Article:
The recovery in global travel has taken off faster than expected, led by traffic through the Gulf’s big airports. International tourism arrivals in the Middle East climbed 33 per cent in the first four months of the year compared with the same period of 2009, the highest of any region, according to the World Tourism Organisation. This compares to 7 per cent growth for the global travel industry, even after the disruption caused by a volcanic eruption in Iceland. Tourism and air travel in the region are outperforming Europe, Africa, North America and Asia Pacific, fuelling optimism about a recovery in the regional economy. Tourism accounts for almost a fifth of Dubai’s economy.  Read the full article at:

  • Credibility: A Key Marketing Factor for US Travelers

One of the most vexing challenges for the marketers of travel services is that of addressing a fundamental dilemma in contemporary marketing practice: it has become more difficult to influence prospective customers as it has become easier to reach them, says Peter Yesawich, head of the Ypartnership. Personal recommendations have the most credibility while social media have the least, a new analysis reports.

“The question of source credibility is therefore one of great interest to marketers of travel services, particularly as it relates to the degree of influence consumers ascribe to the kaleidoscope of information now available on destinations and/or specific travel service suppliers,” Yesawich says. “And given the explosive growth in the number of sources from which consumers can now sample commentary, it’s important to understand they ascribe far greater confidence to the information they receive from some sources than others.”

This “Credibility Continuum,” as measured in the new Ypartnership/Harrison Group 2010 Portrait Of American Travelers, stretches from the personal testimonials of friends and family members (the most credible) to the content found on social networking sites such as Facebook, Twitter and YouTube (the least credible).

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  • Airlines to sell the majority of tickets direct to passengers by 2013: Survey

A survey has indicated that airlines are investing in IT to provide richer functionality to their online customers and creating additional channels to market in order to increase the level of direct sales now that online distribution is almost universal.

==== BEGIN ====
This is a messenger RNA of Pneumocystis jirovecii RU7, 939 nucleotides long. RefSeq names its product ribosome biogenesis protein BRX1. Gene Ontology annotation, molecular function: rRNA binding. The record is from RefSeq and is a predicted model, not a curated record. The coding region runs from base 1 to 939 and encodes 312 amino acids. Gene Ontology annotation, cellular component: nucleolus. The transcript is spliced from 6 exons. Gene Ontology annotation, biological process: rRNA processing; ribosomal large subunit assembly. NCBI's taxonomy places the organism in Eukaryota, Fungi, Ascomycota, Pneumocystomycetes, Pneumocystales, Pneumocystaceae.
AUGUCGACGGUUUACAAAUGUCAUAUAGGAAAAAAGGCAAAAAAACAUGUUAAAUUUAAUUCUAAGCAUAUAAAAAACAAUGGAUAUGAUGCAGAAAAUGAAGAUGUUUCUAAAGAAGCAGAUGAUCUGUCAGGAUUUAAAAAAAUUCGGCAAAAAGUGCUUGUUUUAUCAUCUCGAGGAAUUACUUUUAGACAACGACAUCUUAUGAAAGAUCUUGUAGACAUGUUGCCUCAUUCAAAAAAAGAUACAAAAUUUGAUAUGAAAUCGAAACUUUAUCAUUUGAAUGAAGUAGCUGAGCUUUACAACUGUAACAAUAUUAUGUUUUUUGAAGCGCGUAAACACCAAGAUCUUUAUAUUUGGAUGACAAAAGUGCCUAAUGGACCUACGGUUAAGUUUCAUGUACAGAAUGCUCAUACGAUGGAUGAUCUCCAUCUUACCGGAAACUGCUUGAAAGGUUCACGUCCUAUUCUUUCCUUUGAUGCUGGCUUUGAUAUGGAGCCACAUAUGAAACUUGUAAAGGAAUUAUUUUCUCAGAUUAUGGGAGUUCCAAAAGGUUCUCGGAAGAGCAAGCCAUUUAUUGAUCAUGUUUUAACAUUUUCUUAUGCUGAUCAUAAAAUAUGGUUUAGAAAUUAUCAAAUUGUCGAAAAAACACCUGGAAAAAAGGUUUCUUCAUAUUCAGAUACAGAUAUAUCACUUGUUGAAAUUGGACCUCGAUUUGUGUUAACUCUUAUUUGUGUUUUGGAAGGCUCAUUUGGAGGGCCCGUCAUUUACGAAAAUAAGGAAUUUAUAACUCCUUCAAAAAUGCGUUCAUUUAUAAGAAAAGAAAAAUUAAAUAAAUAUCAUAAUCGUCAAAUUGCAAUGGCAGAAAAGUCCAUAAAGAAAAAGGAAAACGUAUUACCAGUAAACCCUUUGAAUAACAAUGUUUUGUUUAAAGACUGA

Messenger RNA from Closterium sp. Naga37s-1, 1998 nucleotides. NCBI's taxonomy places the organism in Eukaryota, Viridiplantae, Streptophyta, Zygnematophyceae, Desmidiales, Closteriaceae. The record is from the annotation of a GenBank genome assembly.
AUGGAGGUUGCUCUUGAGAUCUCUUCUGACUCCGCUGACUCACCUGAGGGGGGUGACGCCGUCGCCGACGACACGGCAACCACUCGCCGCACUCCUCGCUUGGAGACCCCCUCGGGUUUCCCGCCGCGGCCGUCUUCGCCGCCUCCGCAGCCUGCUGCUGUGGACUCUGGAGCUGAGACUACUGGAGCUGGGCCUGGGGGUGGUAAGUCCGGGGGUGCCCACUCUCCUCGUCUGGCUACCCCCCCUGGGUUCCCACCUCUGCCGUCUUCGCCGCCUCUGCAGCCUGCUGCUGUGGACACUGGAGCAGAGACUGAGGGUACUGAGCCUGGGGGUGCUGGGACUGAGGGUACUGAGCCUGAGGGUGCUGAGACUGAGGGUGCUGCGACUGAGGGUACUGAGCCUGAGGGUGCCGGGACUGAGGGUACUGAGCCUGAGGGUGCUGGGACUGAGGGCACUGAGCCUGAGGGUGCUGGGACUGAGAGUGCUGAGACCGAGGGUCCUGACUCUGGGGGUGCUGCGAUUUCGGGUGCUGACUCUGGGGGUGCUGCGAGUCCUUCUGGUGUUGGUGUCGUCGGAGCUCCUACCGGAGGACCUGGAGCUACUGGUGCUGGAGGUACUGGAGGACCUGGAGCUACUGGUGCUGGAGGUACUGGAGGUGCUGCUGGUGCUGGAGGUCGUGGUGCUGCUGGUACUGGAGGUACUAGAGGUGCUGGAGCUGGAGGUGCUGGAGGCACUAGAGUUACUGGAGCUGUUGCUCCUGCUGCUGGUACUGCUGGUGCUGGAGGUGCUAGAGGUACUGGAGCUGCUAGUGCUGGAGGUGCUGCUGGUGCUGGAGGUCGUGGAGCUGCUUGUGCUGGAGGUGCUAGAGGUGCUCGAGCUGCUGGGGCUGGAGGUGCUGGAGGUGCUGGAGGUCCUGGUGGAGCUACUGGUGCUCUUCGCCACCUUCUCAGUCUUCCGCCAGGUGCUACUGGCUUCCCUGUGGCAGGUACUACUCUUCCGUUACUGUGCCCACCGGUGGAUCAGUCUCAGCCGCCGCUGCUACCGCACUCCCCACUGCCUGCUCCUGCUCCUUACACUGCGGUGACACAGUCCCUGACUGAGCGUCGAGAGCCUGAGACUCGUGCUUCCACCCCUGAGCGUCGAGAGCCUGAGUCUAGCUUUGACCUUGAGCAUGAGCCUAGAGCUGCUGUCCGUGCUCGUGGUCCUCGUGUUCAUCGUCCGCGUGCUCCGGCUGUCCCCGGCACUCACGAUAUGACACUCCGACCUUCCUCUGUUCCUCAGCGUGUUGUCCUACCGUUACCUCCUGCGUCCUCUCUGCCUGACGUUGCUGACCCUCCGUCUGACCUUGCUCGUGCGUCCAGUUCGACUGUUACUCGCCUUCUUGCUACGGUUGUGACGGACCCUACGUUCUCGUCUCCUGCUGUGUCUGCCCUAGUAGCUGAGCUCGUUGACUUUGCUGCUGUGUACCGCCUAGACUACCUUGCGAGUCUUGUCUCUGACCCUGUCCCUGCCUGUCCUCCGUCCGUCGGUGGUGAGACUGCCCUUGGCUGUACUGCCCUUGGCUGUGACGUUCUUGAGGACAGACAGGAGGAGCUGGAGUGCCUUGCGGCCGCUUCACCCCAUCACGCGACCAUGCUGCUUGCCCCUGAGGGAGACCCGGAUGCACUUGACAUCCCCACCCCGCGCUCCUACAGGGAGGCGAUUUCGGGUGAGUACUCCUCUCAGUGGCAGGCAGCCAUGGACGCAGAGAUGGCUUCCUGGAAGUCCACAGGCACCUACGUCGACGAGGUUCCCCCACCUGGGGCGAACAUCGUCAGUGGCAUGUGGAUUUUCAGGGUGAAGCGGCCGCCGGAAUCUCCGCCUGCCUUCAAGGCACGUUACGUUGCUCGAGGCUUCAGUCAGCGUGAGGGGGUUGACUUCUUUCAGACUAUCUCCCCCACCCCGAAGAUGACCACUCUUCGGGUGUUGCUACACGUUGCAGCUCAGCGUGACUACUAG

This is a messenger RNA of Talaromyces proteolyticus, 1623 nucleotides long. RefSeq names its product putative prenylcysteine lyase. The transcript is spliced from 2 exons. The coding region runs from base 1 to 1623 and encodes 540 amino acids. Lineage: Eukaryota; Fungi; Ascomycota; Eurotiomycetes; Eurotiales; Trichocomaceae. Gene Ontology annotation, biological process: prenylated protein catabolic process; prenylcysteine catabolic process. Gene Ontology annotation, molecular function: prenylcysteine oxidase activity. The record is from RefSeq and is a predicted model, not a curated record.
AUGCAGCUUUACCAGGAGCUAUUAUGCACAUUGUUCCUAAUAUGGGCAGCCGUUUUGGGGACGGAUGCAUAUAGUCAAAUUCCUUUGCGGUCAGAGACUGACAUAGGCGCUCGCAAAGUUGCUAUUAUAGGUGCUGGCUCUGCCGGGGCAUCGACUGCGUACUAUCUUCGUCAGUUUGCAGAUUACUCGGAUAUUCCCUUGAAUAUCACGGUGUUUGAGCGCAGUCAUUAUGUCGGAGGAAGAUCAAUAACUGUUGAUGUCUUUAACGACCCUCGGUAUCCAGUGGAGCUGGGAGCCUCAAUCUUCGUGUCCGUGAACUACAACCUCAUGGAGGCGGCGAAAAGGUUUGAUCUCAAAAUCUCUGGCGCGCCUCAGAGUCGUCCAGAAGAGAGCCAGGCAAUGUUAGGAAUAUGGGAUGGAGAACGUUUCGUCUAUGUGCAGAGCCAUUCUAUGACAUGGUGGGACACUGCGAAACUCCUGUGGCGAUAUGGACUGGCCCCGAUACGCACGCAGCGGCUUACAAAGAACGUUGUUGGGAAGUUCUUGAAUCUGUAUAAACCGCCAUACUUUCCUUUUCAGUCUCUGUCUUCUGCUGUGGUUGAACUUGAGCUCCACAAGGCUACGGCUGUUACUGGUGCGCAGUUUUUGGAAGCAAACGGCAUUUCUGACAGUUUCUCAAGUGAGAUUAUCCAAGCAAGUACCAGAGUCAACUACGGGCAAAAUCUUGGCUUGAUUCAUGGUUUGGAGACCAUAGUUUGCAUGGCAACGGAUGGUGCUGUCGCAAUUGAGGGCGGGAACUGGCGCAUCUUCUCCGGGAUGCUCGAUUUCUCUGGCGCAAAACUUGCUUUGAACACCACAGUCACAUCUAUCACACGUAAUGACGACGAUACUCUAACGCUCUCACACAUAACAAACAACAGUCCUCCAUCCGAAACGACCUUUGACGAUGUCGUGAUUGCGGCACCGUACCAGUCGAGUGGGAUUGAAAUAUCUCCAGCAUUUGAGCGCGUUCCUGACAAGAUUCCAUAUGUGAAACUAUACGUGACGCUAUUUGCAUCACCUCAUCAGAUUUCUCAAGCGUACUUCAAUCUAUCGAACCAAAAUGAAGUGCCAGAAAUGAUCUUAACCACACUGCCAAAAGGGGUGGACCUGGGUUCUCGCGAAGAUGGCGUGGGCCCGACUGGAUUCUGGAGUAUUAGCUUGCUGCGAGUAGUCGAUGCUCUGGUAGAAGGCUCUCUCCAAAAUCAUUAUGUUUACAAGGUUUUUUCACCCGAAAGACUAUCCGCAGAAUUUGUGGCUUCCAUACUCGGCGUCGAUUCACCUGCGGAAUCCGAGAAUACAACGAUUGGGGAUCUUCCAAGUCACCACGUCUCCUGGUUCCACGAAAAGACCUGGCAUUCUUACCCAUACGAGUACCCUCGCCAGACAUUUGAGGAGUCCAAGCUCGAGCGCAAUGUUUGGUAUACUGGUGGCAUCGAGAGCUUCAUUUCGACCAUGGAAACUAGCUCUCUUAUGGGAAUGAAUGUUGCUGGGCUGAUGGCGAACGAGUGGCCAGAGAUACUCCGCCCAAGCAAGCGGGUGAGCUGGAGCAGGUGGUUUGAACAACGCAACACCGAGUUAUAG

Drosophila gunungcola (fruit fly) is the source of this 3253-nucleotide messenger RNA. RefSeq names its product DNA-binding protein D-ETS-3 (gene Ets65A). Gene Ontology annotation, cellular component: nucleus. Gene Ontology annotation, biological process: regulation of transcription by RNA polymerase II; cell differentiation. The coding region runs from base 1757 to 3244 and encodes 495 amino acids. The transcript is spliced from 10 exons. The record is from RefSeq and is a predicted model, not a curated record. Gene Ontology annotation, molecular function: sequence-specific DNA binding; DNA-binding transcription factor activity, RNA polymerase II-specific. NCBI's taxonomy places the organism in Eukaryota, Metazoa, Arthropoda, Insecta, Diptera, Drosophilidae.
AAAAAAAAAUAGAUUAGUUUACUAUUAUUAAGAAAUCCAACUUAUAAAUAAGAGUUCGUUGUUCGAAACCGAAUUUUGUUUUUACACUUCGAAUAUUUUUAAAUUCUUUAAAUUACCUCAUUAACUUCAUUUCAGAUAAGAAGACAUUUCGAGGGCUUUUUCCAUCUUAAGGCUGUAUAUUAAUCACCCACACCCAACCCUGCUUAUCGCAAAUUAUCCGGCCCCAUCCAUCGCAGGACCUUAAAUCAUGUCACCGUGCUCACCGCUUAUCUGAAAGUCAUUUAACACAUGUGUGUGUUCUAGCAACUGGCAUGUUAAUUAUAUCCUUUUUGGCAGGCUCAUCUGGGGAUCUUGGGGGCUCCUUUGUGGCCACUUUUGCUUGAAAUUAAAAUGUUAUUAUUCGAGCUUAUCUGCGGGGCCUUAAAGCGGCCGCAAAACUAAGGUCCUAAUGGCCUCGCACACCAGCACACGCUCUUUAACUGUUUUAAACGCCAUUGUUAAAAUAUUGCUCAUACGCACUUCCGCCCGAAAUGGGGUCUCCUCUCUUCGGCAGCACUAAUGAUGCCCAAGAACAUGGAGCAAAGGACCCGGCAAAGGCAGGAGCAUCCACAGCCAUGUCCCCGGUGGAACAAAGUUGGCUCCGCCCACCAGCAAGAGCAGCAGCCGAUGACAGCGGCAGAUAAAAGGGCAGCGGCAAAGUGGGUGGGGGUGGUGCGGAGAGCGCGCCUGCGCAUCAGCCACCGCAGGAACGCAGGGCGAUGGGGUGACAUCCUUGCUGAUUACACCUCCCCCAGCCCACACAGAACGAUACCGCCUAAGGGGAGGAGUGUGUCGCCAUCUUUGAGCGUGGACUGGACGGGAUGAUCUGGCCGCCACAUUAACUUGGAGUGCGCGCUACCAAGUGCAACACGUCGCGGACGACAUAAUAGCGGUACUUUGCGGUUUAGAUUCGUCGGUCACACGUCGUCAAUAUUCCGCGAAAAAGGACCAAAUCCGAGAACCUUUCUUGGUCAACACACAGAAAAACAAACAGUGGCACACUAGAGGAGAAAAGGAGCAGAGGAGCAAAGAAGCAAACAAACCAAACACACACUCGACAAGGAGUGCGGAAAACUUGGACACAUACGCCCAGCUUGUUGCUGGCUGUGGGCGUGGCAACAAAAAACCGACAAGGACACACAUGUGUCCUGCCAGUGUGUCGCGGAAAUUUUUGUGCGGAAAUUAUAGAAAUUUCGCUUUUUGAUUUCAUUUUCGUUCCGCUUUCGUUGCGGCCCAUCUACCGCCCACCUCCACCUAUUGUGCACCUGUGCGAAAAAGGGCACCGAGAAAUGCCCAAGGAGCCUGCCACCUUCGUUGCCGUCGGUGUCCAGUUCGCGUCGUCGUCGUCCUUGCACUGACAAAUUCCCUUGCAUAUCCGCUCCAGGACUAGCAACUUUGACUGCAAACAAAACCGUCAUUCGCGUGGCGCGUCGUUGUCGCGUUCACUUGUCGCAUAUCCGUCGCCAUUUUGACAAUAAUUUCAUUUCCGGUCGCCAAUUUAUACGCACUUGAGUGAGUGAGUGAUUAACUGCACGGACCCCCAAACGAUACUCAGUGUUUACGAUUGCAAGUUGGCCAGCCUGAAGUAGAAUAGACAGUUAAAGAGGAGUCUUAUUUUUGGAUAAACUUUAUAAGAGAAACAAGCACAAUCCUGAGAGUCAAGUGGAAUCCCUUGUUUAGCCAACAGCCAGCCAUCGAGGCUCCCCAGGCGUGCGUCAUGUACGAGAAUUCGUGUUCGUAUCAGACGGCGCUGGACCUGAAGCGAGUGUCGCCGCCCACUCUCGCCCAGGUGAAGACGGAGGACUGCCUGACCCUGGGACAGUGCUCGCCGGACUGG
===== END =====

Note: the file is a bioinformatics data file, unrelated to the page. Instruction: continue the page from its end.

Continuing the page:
According to the 12th annual SITA/Airline Business IT Trends Survey, the airlines which carry the bulk of the world’s air traffic, are on course to sell the majority of airline tickets direct to passengers by 2013. The record 129 airlines who responded to this year’s survey carry over one billion passengers and are currently selling 40.8 percent of tickets directly to the public which breaks down as: over the Internet, 25.8 percent; through call centres, 10.7 percent; and interlining, 4.3 percent. These 129 airlines intend to bring their level of direct sales up to 55.1 percent by 2013. While sales through airline call centres and interlining will remain largely static, direct channel sales through websites are expected to jump to 37.9 percent.

In order to increase online sales, airlines are prioritising the implementation of new functionality on their web sites in the following ways: online shopping tools (61 percent have already implemented this); change/cancel/rebook (52 percent); and frequent flyer redemption functionality (51 percent).

In all, 129 airlines responded to this year’s survey, including 14 percent classified as low cost carriers; 81 percent full service carriers; 5 percent charter carriers.

Read the Full Article at:

  • Beyond Airport Security

Business travelers respond to recent terrorist activity with perspective that focuses on fundamental intelligence weakness, not lapses at the airport.

Airlines have proven a target for terrorists, but are they an easy target? The consensus, after a Nigerian passenger attempted on December 25 to mix and detonate explosives on a Northwest Airlines flight en route from Amsterdam to Detroit, is quite possibly yes. There is controversy, however, about what aspects of international airport security need to be addressed and how best to do it.

Read the full article at: